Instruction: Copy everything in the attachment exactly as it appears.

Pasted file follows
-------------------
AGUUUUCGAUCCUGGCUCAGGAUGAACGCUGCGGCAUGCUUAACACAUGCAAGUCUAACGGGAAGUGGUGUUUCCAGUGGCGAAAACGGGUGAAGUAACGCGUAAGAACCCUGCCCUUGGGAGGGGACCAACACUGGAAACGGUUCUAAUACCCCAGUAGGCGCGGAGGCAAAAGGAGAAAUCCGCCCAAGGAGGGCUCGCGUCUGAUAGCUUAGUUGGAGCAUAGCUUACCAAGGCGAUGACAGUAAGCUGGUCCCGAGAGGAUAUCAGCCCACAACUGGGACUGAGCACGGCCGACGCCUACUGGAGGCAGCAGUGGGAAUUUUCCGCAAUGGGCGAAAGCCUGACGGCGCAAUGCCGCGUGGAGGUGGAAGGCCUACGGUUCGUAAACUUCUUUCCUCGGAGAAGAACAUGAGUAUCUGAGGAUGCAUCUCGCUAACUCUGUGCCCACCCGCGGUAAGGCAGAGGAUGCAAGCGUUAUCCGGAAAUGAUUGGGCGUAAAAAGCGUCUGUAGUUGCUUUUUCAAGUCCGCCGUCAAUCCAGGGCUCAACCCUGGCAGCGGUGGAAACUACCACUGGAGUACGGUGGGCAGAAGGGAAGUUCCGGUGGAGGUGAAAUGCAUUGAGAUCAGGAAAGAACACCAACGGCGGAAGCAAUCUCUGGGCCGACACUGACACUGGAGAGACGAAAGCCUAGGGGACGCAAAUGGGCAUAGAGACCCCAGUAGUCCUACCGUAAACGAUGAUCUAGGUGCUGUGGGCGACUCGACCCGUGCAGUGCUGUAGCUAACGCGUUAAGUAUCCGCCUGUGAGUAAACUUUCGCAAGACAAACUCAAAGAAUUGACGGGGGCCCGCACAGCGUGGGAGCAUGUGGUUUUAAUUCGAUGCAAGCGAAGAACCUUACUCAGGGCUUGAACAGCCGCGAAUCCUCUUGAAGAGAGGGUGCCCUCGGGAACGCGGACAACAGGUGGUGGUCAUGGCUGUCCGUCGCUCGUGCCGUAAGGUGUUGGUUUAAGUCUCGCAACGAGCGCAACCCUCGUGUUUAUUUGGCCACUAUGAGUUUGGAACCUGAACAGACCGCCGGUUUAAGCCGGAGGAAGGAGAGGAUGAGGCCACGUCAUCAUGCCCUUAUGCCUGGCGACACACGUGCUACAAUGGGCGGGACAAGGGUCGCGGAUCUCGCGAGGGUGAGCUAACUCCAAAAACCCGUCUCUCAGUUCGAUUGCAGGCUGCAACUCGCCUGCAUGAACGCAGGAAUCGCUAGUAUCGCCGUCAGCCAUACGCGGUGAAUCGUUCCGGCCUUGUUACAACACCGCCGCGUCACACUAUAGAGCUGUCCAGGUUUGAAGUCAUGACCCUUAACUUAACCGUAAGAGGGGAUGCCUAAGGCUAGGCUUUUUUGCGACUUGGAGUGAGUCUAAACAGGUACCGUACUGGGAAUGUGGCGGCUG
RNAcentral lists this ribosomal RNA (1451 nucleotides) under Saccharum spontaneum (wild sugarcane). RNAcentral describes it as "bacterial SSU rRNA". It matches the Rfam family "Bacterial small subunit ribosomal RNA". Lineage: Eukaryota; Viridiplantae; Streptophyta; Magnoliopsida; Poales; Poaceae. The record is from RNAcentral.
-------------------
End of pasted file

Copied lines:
AGUUUUCGAUCCUGGCUCAGGAUGAACGCUGCGGCAUGCUUAACACAUGCAAGUCUAACGGGAAGUGGUGUUUCCAGUGGCGAAAACGGGUGAAGUAACGCGUAAGAACCCUGCCCUUGGGAGGGGACCAACACUGGAAACGGUUCUAAUACCCCAGUAGGCGCGGAGGCAAAAGGAGAAAUCCGCCCAAGGAGGGCUCGCGUCUGAUAGCUUAGUUGGAGCAUAGCUUACCAAGGCGAUGACAGUAAGCUGGUCCCGAGAGGAUAUCAGCCCACAACUGGGACUGAGCACGGCCGACGCCUACUGGAGGCAGCAGUGGGAAUUUUCCGCAAUGGGCGAAAGCCUGACGGCGCAAUGCCGCGUGGAGGUGGAAGGCCUACGGUUCGUAAACUUCUUUCCUCGGAGAAGAACAUGAGUAUCUGAGGAUGCAUCUCGCUAACUCUGUGCCCACCCGCGGUAAGGCAGAGGAUGCAAGCGUUAUCCGGAAAUGAUUGGGCGUAAAAAGCGUCUGUAGUUGCUUUUUCAAGUCCGCCGUCAAUCCAGGGCUCAACCCUGGCAGCGGUGGAAACUACCACUGGAGUACGGUGGGCAGAAGGGAAGUUCCGGUGGAGGUGAAAUGCAUUGAGAUCAGGAAAGAACACCAACGGCGGAAGCAAUCUCUGGGCCGACACUGACACUGGAGAGACGAAAGCCUAGGGGACGCAAAUGGGCAUAGAGACCCCAGUAGUCCUACCGUAAACGAUGAUCUAGGUGCUGUGGGCGACUCGACCCGUGCAGUGCUGUAGCUAACGCGUUAAGUAUCCGCCUGUGAGUAAACUUUCGCAAGACAAACUCAAAGAAUUGACGGGGGCCCGCACAGCGUGGGAGCAUGUGGUUUUAAUUCGAUGCAAGCGAAGAACCUUACUCAGGGCUUGAACAGCCGCGAAUCCUCUUGAAGAGAGGGUGCCCUCGGGAACGCGGACAACAGGUGGUGGUCAUGGCUGUCCGUCGCUCGUGCCGUAAGGUGUUGGUUUAAGUCUCGCAACGAGCGCAACCCUCGUGUUUAUUUGGCCACUAUGAGUUUGGAACCUGAACAGACCGCCGGUUUAAGCCGGAGGAAGGAGAGGAUGAGGCCACGUCAUCAUGCCCUUAUGCCUGGCGACACACGUGCUACAAUGGGCGGGACAAGGGUCGCGGAUCUCGCGAGGGUGAGCUAACUCCAAAAACCCGUCUCUCAGUUCGAUUGCAGGCUGCAACUCGCCUGCAUGAACGCAGGAAUCGCUAGUAUCGCCGUCAGCCAUACGCGGUGAAUCGUUCCGGCCUUGUUACAACACCGCCGCGUCACACUAUAGAGCUGUCCAGGUUUGAAGUCAUGACCCUUAACUUAACCGUAAGAGGGGAUGCCUAAGGCUAGGCUUUUUUGCGACUUGGAGUGAGUCUAAACAGGUACCGUACUGGGAAUGUGGCGGCUG
RNAcentral lists this ribosomal RNA (1451 nucleotides) under Saccharum spontaneum (wild sugarcane). RNAcentral describes it as "bacterial SSU rRNA". It matches the Rfam family "Bacterial small subunit ribosomal RNA". Lineage: Eukaryota; Viridiplantae; Streptophyta; Magnoliopsida; Poales; Poaceae. The record is from RNAcentral.